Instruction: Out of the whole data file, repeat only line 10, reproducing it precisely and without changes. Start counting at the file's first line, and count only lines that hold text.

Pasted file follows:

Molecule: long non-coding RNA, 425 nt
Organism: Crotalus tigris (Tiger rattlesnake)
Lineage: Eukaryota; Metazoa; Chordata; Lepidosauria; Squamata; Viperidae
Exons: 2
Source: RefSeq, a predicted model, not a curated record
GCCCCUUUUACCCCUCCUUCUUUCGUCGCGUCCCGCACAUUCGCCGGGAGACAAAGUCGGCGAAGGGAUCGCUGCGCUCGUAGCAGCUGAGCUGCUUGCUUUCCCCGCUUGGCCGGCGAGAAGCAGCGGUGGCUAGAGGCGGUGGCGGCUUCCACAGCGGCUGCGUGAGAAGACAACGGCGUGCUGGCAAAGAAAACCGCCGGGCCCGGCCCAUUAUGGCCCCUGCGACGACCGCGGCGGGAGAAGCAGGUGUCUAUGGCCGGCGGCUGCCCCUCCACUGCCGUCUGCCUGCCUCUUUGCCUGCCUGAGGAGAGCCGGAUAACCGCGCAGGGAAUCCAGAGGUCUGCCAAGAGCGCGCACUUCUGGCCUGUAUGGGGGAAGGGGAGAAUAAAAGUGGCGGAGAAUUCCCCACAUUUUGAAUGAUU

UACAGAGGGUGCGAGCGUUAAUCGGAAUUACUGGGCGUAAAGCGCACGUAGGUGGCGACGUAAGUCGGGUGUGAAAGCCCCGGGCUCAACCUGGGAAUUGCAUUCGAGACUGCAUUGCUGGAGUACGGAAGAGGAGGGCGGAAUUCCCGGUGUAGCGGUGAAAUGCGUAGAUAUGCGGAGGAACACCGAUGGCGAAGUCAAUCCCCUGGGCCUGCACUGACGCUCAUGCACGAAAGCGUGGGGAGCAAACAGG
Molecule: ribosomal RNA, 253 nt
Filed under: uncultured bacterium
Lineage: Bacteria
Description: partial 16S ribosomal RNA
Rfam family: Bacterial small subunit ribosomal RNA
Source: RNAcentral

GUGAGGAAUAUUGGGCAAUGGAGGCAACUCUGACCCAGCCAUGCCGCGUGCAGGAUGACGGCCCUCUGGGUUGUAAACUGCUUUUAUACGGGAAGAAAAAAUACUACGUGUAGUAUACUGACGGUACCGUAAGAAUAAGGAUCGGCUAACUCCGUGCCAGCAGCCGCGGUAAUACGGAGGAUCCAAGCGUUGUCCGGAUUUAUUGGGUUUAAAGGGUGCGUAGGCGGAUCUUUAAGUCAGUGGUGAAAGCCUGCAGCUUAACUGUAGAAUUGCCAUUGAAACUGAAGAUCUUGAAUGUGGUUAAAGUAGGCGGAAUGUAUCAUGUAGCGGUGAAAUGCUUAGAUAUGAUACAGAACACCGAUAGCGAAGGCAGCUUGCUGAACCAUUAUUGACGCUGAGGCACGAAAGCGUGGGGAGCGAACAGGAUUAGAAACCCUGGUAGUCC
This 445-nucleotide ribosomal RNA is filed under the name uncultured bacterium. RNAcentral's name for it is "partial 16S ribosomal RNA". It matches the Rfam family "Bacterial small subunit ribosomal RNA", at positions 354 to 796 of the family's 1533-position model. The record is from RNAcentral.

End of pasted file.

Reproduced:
Lineage: Bacteria